• After size cropping, start your cosmetic edits because you won’t want to add CSS to a photo in the Designer, a gradient cover may look great on one and ruin another

  • Once done, it’s best to export each “photo set” as the exact section size on the template page you wrote down

  • Ex: Headers - 1900px, Intros - 1200, etc. Whatever you chose it’s pretty much a lock, any adjustments in the Designer will often break your template page for another ‘Item’

  • Export to PNG

Uploading into CMS:

  • This is why I suggest building your CMS Collection first and setting up the Template page immediately after

  • Now you bring all the photos into the CMS for each “Item” and depending on the choice, whether adding a photo component or a collection list, you’ll still want to add Div around that object

  • I find it’s easier and cleaner to set class names on the wrapper, than the actual components when using CMS because all the assets are using the same Div on the template page anyway

Photo size in Designer:

  • After binding the photo component to a collection, add pixel size in width to the actual photo element

  • I use exact pixel value because you need to match the export size of the photo - exactly

Here’s where I ran into problems:

  • I know some may use 100%, but the Designer is not the same as a monitor

  • 100% of the canvas is much different than a 1920 or 3840 resolution large display monitor

  • So my 1280 size header for all my Items looked fine until I published and the JPEGs blew up and blurred when live

  • No matter what I did JPG was always blurry because of the responsive compression process, there’s no way to predict what the photo would look - exactly

  • The best option was to convert to PNG, export all same size, add “exact”size to the photo in Designer, locked the wrapper CSS style and the photos were crisp, clean and centered in the same location for all Items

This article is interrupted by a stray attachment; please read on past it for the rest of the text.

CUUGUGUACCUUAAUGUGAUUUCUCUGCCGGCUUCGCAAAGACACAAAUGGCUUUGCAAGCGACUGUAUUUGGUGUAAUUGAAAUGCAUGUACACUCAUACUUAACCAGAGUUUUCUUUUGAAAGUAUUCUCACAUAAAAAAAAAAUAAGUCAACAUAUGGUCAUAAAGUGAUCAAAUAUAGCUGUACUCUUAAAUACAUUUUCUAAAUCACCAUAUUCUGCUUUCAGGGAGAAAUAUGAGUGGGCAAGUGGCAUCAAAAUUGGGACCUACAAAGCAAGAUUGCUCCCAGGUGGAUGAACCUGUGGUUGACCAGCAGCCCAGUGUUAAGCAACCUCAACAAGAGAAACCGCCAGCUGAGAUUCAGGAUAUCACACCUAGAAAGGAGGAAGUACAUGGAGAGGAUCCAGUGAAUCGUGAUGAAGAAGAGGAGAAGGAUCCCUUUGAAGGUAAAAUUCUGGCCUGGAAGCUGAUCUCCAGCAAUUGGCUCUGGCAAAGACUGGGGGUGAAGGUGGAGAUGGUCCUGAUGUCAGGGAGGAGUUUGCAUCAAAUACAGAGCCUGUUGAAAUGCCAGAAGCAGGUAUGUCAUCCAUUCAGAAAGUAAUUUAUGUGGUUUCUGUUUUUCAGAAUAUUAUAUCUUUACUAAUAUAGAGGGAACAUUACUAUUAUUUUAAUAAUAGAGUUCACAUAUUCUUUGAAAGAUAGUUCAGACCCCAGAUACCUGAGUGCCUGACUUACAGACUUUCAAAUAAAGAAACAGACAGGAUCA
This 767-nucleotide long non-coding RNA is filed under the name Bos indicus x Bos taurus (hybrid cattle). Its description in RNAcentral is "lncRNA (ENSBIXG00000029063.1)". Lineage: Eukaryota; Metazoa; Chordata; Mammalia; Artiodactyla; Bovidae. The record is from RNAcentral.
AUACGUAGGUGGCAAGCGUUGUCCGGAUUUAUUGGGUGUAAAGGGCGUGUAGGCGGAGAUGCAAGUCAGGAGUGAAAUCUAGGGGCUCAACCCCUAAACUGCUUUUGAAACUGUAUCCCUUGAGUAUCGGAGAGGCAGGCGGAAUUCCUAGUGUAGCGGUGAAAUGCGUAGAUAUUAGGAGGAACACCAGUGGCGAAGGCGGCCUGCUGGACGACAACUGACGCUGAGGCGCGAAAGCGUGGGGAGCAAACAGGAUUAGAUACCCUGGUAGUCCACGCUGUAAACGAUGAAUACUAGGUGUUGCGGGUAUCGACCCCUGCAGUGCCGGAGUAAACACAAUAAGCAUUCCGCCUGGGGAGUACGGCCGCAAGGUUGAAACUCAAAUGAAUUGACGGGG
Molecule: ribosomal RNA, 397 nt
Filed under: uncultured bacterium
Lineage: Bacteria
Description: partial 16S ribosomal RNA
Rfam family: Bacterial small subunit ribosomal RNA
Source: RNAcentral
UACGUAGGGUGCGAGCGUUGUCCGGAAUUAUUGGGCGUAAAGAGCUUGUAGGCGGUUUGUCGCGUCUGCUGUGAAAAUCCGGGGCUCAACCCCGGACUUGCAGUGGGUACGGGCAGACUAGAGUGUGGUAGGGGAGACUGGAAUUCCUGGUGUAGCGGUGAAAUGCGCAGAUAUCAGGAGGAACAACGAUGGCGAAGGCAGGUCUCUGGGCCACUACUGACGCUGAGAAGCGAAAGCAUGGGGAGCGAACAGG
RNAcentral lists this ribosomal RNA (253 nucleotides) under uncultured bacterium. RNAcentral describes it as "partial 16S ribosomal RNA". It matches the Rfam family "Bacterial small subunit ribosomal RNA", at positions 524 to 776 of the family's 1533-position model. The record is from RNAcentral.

• Without this setting and if you have different photo sizes here, the compression in the Designer will change each photo, then after publish you’ll get various results we’re talking about

Key points to remember for CMS photos:

  1. Take extra time in the editing process beforehand, complete optimization to reduce file sizes, before uploading to CMS.

  2. Photos cannot be styled independently, even for combo classes, the photo for one ‘template page section’ will be the same for all others.

  3. For exact quality and clarity, add the same width size in CSS Styles panel as the ‘actual’ photo’s width.

  4. Use PNG photos because of the compression process for responsiveness. The application is going to make variants of the original, explained in the University: https://university.webflow.com/article/responsive-images
    The process will get as close to the original as possible, but I found PNG tends to hold quality much better on a template page. I just couldn’t get really clear photo crispness with JPG

  5. PNG will have a larger file size, but there is no way to guarantee JPG quality when you don’t know the size of the space it’s going to be in. How will you know the size of a user’s browser? A 100% of what? If it’s a regular asset you could plan and adjust each individual photo based on the size of that section, with a template page you can’t. This is why I recommend PNG for these photo sections pretty much always.

  6. Finally, if you absolutely have to use JPG, then go back to photo editing program and enlarge each one significantly. Must be at least 3840 width. But you’re still going to get random scaling for every user, in every browser. PNG with exact size eliminates this potential variable in your design. If scaled, resolution crispness will hold better.

Hope that helps, take care. If you have any questions, give a holler :slight_smile: